[Federal Register Volume 81, Number 135 (Thursday, July 14, 2016)]
[Rules and Regulations]
[Pages 45409-45414]
From the Federal Register Online via the Government Publishing Office [www.gpo.gov]
[FR Doc No: 2016-16606]


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DEPARTMENT OF THE TREASURY

Internal Revenue Service

26 CFR Part 301

[TD 9778]
RIN 1545-BM24


Participation of a Person Described in Section 6103(n) in a 
Summons Interview Under Section 7602(a)(2) of the Internal Revenue Code

AGENCY: Internal Revenue Service (IRS), Treasury.

ACTION: Final regulations and removal of temporary regulations.

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SUMMARY: This document contains final regulations modifying regulations 
under section 7602(a) of the Internal Revenue Code relating to 
administrative summonses. Specifically, these final regulations clarify 
that persons with whom the IRS or the Office of Chief Counsel (Chief 
Counsel) contracts for services described in section 6103(n) and its 
implementing regulations may be included as persons designated to 
receive summoned books, papers, records, or other data and, in the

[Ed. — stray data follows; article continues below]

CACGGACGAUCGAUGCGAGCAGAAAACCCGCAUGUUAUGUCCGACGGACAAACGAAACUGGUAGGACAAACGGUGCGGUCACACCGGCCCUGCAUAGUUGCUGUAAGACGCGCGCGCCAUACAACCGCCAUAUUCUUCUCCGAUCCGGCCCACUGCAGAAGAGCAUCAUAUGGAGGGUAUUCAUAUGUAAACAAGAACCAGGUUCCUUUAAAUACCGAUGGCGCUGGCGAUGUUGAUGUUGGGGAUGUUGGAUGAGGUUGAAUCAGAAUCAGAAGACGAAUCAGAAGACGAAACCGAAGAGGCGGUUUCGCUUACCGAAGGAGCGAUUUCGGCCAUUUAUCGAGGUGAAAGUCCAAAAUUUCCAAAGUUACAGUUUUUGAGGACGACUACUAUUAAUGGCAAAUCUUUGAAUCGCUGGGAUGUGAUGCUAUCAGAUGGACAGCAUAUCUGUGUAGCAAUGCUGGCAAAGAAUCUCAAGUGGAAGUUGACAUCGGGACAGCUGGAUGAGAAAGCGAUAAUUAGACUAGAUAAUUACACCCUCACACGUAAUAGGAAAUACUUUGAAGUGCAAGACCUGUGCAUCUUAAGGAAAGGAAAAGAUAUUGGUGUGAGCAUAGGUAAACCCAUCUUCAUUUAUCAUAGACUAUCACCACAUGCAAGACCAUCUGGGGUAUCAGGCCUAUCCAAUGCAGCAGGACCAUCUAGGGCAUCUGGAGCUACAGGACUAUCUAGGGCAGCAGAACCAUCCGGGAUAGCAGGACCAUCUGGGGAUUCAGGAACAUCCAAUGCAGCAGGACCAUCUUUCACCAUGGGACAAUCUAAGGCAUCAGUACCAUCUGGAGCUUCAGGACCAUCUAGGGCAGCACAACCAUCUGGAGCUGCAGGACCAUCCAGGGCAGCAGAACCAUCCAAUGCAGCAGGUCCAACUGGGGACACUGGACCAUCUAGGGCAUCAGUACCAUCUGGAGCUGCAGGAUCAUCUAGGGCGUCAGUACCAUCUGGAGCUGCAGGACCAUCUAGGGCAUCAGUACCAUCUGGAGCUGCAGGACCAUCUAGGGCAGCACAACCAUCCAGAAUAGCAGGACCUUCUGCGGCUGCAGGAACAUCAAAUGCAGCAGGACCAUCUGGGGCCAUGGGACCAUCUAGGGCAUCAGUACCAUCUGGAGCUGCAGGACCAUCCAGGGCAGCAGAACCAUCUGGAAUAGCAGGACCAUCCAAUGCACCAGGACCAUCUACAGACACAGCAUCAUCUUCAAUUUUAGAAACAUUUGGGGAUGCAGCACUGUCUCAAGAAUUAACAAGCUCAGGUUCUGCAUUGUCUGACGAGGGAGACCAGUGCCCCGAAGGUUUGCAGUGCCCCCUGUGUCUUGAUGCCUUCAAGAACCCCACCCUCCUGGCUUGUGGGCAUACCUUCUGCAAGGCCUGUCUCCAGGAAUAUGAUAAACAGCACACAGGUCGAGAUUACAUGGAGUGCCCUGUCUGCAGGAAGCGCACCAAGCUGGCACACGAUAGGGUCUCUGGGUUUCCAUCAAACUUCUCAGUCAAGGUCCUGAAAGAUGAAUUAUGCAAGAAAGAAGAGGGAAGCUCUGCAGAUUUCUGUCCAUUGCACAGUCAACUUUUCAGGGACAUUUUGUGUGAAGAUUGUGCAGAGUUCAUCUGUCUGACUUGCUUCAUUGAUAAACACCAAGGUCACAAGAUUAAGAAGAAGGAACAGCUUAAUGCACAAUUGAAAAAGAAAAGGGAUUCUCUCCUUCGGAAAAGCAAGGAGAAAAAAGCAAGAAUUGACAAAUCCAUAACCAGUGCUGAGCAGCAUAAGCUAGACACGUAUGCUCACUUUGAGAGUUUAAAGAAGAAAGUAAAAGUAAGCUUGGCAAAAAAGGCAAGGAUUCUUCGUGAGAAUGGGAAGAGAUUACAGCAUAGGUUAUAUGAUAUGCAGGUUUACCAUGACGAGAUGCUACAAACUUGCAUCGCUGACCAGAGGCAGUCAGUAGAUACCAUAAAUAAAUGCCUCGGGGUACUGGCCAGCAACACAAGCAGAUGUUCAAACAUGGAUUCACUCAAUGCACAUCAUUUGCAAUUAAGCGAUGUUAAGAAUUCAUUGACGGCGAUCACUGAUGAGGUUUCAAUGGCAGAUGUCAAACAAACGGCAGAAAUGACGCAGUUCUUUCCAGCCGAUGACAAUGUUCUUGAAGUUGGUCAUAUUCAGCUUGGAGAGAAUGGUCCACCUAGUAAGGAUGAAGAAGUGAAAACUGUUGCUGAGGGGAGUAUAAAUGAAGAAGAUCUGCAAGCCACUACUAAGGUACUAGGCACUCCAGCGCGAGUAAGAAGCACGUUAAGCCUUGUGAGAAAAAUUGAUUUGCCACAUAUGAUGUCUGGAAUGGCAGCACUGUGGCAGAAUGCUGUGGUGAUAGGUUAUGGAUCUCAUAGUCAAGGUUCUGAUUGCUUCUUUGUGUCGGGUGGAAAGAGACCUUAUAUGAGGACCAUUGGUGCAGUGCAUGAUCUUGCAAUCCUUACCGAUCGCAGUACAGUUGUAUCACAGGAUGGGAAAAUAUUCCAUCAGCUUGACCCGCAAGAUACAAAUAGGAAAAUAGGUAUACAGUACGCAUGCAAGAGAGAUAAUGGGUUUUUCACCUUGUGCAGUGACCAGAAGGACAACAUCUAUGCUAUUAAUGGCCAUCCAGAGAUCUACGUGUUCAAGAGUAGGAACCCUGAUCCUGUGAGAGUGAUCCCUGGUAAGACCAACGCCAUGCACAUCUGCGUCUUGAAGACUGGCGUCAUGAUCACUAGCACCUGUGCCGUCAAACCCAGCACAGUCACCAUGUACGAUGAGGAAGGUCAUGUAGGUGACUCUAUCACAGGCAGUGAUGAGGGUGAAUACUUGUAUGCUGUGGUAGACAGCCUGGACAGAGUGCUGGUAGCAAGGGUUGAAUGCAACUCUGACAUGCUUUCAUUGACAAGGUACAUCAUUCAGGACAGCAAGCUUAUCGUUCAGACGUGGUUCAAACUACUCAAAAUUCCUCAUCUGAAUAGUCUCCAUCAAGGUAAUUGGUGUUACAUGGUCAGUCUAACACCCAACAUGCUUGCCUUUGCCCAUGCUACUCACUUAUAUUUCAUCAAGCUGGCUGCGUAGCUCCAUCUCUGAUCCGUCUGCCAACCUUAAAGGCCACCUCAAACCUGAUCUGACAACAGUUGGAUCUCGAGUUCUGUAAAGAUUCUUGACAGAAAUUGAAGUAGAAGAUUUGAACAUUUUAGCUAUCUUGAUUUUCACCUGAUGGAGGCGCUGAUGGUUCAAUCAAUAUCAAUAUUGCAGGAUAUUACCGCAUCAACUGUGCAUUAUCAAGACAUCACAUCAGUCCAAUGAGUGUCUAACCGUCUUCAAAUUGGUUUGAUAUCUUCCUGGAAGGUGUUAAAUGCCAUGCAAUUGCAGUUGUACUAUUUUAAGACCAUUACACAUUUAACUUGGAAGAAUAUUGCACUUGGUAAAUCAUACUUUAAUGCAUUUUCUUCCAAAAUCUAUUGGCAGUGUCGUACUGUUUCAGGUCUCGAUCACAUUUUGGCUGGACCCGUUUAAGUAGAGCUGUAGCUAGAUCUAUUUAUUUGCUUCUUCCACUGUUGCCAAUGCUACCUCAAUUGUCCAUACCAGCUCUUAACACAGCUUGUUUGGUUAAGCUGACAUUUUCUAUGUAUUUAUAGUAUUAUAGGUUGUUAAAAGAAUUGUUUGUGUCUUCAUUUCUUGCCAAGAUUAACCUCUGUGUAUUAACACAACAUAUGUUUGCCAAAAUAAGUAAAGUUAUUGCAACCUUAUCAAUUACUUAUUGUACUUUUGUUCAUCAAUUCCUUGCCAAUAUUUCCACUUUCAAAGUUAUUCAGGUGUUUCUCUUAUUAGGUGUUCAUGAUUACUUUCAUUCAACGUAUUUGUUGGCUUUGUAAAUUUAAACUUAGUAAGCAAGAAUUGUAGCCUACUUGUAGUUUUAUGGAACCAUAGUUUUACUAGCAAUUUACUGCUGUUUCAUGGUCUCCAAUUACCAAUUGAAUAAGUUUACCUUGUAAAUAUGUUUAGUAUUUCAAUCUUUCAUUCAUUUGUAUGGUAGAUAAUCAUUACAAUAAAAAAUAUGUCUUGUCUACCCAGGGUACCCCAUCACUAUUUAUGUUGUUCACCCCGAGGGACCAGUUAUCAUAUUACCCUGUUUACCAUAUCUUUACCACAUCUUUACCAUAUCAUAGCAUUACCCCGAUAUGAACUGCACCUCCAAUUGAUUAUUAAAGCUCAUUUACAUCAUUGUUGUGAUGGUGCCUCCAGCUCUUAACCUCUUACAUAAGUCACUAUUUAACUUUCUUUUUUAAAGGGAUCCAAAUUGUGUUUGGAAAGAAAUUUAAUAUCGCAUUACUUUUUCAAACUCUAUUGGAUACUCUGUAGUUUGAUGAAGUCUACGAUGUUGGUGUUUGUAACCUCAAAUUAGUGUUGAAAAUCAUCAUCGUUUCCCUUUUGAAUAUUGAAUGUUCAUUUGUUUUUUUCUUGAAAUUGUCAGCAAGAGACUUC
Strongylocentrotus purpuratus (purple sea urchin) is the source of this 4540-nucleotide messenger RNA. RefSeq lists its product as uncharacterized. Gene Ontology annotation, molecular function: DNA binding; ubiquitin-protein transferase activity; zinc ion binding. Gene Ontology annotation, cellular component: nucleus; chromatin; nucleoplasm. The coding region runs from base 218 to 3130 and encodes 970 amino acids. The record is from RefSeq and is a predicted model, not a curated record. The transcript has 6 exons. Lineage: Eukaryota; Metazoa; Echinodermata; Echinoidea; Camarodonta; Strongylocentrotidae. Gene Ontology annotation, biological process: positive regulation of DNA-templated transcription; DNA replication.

presence and under the guidance of an IRS officer or employee, 
participate fully in the interview of a witness summoned by the IRS to 
provide testimony under oath. These regulations may affect taxpayers, a 
taxpayer's officers or employees, and any third party who is served 
with a summons, as well as any other person entitled to notice of a 
summons.

DATES: Effective Date: These regulations are effective on July 14, 
2016.

[[Page 45410]]

    Applicability Date: For date of applicability, see Sec.  301.7602-
1(d).

FOR FURTHER INFORMATION CONTACT: William V. Spatz at (202) 317-5461 
(not a toll-free number).

SUPPLEMENTARY INFORMATION: 

Background

    These final regulations amend Procedure and Administration 
Regulations (26 CFR part 301) under section 7602 of the Internal 
Revenue Code. These final regulations clarify that persons described in 
section 6103(n) and Treas. Reg. Sec.  301.6103(n)-1(a) with whom the 
IRS or Chief Counsel contracts for services--such as outside 
economists, engineers, consultants, or attorneys--may receive books, 
papers, records, or other data summoned by the IRS and, in the presence 
and under the guidance of an IRS officer or employee, participate fully 
in the interview of a person who the IRS has summoned as a witness to